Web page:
On June 28, 1993, the United States Supreme Court announced its decision in Daubert v. Merrell Dow Pharmaceuticals, Inc.setting a new standard for the admission of at least some expert testimony in federal courts. The Court held the Federal Rules of Evidence) which Congress had adopted in 1975 supplanted the so-called Frye "general acceptance" test upon which many courts had relied for years.Specifically, the Court said Rule 702 primarily governed the admissibility of scientific testimony. The Court listed four non-exclusive factors which indicate whether such testimony is sufficiently reliable for the jury. The Daubert decision has provoked a landslide of litigation and decisions on expert testimony. Numerous state supreme and appellate courts have followed its reasoning to determine the admission of expert testimony in their trial courts. However, the supreme or appellate courts of at least seven states including California, New York, Illinois and Florida have refused to abandon their own formulations of the Frye standard.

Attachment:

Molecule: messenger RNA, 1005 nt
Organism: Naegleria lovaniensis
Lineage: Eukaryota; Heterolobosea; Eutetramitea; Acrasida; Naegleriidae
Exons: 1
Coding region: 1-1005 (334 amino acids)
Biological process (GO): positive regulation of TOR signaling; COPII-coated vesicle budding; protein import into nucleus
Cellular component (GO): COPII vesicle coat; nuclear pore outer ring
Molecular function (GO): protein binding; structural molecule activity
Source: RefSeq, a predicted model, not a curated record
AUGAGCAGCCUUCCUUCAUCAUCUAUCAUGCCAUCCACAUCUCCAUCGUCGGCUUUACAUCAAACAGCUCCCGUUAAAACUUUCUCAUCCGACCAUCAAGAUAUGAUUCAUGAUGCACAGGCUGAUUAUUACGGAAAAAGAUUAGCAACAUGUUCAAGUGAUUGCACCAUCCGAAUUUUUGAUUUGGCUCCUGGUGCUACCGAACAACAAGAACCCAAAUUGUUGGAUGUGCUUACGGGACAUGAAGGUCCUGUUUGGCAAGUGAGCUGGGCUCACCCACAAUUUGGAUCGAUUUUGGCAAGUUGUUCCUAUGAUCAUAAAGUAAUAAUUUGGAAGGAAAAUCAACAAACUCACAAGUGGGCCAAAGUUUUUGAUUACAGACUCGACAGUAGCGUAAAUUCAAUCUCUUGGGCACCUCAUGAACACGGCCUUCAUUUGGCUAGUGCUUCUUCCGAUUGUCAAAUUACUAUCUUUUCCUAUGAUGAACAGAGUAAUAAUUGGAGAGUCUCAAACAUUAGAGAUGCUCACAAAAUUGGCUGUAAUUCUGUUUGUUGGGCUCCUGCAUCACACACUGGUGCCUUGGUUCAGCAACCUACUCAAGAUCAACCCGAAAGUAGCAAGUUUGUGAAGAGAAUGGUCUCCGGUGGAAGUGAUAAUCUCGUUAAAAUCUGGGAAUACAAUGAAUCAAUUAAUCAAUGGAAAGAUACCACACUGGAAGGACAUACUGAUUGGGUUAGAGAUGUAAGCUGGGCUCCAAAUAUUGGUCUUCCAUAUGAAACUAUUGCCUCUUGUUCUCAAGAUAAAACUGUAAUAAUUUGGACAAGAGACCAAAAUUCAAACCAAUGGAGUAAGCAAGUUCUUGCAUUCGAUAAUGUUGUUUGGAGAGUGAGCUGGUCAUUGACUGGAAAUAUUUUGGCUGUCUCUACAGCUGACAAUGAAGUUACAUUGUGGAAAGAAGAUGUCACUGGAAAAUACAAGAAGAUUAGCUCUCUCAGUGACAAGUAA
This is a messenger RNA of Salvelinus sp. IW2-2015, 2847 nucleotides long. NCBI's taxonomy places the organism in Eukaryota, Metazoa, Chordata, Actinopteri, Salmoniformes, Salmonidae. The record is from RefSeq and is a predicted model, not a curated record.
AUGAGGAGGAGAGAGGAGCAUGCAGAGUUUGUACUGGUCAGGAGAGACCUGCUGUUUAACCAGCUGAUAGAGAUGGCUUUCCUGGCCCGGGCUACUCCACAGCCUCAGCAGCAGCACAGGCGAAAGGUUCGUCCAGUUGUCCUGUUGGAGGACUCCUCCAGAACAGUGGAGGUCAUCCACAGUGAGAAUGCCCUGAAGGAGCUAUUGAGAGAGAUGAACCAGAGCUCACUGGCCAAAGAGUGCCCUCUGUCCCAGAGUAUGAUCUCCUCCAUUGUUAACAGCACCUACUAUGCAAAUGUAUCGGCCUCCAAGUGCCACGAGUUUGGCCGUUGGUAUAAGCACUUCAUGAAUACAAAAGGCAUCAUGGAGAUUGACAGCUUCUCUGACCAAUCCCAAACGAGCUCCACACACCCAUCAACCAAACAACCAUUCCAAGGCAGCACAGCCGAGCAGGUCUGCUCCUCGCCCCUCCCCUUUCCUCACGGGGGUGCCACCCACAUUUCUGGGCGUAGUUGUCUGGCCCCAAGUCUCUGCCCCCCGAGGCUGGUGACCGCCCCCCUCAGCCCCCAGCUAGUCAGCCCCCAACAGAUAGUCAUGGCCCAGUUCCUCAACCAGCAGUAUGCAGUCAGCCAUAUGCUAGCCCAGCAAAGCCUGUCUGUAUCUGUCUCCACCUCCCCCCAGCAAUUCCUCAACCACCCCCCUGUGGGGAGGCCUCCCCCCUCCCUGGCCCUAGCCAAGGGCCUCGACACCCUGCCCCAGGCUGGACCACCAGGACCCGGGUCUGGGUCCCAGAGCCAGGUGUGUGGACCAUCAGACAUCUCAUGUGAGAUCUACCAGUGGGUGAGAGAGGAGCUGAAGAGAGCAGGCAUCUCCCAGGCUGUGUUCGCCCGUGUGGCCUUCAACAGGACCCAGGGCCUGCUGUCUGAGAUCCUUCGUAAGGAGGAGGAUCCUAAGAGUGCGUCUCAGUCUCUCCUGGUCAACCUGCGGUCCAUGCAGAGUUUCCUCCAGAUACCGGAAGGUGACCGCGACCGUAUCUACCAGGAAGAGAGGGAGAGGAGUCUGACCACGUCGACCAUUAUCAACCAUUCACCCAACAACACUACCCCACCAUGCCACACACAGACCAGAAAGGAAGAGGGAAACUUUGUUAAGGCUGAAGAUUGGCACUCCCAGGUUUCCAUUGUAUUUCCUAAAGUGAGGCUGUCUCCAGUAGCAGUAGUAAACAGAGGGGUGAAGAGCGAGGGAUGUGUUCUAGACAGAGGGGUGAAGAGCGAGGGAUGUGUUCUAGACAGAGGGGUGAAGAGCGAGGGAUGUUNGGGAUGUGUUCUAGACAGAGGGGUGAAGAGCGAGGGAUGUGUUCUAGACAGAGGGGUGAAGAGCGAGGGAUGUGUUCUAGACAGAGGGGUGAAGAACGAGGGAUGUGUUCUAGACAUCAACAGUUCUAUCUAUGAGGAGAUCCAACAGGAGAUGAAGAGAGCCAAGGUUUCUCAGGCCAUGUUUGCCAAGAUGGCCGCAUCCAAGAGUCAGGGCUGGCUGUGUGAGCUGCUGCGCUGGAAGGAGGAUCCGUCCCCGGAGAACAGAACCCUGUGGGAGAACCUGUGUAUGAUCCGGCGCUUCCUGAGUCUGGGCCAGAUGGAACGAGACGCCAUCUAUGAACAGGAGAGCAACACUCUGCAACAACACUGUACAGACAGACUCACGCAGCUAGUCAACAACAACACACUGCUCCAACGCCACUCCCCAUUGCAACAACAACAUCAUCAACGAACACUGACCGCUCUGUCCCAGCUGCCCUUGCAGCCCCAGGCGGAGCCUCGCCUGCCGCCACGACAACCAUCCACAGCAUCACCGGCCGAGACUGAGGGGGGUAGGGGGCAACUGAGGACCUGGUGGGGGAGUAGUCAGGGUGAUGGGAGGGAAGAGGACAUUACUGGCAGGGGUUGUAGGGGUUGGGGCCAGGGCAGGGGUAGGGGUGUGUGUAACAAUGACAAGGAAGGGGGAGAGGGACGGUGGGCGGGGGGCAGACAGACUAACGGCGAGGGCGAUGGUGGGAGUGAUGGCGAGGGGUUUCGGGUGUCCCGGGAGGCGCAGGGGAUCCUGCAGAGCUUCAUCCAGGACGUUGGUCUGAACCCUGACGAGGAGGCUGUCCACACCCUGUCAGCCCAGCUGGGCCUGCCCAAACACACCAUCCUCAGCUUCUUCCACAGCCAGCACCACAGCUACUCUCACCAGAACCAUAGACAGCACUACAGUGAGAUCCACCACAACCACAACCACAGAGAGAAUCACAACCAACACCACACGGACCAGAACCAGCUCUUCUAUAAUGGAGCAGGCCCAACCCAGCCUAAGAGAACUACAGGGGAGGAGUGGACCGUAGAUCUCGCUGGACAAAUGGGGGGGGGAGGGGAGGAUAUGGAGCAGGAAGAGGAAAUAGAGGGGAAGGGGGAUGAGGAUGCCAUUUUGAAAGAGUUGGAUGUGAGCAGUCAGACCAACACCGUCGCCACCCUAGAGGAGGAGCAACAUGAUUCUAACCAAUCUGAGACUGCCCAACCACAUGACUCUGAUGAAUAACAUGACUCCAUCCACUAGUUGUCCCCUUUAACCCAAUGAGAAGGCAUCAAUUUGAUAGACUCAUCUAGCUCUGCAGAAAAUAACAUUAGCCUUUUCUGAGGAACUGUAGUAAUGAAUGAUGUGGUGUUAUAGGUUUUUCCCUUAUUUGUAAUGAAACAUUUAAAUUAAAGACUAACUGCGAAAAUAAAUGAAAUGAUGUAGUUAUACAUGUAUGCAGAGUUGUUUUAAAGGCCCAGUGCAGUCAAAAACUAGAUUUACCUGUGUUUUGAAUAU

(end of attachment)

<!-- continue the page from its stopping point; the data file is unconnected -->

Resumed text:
The common law — as interpreted by United States courts in the light of reason and experience — governs a claim of privilege unless any of the following provides otherwise:
- the United States Constitution;
- a federal statute; or
- rules prescribed by the Supreme Court.
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